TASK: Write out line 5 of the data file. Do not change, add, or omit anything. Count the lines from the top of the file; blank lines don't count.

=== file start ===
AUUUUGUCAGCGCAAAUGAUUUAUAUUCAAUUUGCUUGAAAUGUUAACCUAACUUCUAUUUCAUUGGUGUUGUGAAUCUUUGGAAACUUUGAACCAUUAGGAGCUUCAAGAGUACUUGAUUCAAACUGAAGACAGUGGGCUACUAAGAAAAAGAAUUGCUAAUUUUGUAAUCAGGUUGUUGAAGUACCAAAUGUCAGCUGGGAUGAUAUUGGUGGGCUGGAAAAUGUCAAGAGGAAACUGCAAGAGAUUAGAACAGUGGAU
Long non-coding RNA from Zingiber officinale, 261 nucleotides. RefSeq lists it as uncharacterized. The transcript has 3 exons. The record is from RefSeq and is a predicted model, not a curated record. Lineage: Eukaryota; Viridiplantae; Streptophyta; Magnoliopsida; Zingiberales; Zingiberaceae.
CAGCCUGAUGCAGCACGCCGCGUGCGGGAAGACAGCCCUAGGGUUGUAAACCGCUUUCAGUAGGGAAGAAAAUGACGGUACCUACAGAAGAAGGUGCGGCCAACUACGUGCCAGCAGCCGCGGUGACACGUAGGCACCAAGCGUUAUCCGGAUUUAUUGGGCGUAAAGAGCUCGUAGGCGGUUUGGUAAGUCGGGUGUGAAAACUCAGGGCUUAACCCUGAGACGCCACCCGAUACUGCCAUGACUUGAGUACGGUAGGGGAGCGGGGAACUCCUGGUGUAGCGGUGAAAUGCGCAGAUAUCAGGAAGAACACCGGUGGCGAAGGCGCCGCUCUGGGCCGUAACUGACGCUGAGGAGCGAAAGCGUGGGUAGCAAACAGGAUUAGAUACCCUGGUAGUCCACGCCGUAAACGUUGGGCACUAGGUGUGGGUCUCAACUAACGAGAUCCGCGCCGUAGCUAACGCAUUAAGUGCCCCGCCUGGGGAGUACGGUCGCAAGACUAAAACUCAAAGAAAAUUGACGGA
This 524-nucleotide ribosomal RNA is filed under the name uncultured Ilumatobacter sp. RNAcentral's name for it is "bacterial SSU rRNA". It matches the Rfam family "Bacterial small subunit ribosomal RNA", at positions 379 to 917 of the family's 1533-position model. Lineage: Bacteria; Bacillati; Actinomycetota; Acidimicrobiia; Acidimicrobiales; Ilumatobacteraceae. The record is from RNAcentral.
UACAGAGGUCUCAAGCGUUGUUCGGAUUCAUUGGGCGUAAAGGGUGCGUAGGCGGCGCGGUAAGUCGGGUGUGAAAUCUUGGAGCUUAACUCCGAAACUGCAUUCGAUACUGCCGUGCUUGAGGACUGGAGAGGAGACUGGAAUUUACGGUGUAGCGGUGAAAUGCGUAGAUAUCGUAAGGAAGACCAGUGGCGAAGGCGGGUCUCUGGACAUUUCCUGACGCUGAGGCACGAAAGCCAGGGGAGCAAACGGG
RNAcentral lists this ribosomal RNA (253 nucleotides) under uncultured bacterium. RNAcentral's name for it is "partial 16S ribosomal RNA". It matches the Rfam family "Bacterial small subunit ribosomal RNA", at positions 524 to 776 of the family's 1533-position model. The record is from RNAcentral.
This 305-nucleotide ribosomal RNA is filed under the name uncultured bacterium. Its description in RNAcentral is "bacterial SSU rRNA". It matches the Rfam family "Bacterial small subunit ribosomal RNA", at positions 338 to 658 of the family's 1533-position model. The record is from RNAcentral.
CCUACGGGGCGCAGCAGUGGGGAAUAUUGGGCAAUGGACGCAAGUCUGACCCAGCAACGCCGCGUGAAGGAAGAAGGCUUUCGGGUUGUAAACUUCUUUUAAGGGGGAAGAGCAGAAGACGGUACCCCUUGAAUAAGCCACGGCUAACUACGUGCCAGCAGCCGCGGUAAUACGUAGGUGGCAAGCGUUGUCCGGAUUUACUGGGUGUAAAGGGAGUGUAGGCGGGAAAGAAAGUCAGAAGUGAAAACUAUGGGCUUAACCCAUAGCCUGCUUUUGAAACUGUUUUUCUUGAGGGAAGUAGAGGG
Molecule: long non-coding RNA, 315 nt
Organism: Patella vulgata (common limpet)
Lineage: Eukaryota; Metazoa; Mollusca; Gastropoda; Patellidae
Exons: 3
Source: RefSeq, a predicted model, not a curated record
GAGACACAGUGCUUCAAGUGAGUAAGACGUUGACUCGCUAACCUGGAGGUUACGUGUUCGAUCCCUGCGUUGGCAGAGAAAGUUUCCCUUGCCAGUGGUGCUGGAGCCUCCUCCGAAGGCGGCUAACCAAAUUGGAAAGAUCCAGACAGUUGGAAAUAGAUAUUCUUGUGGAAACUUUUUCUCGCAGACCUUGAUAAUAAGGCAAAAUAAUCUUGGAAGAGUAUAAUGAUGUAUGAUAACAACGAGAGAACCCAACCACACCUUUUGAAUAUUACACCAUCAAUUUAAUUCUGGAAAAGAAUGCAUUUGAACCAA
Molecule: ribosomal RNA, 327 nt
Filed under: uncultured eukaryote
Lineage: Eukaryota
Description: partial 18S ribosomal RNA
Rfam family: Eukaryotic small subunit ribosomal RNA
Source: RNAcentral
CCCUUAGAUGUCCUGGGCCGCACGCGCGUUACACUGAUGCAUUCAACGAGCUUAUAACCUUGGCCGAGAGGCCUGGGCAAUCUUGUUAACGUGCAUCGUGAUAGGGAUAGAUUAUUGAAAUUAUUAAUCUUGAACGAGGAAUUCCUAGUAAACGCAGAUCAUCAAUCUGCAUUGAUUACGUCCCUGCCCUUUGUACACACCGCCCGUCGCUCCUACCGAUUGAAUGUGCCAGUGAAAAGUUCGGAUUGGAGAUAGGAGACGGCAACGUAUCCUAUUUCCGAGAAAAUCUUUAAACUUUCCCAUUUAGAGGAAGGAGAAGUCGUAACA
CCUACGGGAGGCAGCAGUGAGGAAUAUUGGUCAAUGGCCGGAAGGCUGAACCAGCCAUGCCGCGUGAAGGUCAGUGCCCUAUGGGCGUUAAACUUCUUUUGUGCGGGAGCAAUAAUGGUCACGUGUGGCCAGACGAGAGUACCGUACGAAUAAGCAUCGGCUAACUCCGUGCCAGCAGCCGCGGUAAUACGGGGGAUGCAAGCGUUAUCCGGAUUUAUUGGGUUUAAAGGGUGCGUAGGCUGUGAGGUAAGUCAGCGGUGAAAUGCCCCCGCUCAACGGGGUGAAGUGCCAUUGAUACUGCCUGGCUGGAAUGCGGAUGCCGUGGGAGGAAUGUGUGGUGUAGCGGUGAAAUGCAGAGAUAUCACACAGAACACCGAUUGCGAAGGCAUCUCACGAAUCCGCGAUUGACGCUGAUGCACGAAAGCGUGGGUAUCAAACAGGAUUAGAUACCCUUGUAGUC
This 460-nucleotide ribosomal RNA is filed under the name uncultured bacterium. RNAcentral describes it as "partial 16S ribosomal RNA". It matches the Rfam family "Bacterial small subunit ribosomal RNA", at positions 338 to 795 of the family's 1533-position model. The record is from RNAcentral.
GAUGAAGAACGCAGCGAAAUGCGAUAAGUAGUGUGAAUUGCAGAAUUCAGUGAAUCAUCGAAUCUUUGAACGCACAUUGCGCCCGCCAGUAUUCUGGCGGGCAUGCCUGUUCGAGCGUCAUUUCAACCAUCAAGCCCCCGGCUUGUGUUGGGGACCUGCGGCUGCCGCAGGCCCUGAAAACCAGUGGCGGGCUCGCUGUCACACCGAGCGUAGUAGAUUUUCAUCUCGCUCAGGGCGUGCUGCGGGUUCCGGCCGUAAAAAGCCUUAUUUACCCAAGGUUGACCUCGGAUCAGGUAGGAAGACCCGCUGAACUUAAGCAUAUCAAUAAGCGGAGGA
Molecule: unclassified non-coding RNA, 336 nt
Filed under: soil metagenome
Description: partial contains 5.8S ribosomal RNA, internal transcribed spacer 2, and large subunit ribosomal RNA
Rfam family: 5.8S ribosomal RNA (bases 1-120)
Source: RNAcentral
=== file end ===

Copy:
UACAGAGGUCUCAAGCGUUGUUCGGAUUCAUUGGGCGUAAAGGGUGCGUAGGCGGCGCGGUAAGUCGGGUGUGAAAUCUUGGAGCUUAACUCCGAAACUGCAUUCGAUACUGCCGUGCUUGAGGACUGGAGAGGAGACUGGAAUUUACGGUGUAGCGGUGAAAUGCGUAGAUAUCGUAAGGAAGACCAGUGGCGAAGGCGGGUCUCUGGACAUUUCCUGACGCUGAGGCACGAAAGCCAGGGGAGCAAACGGG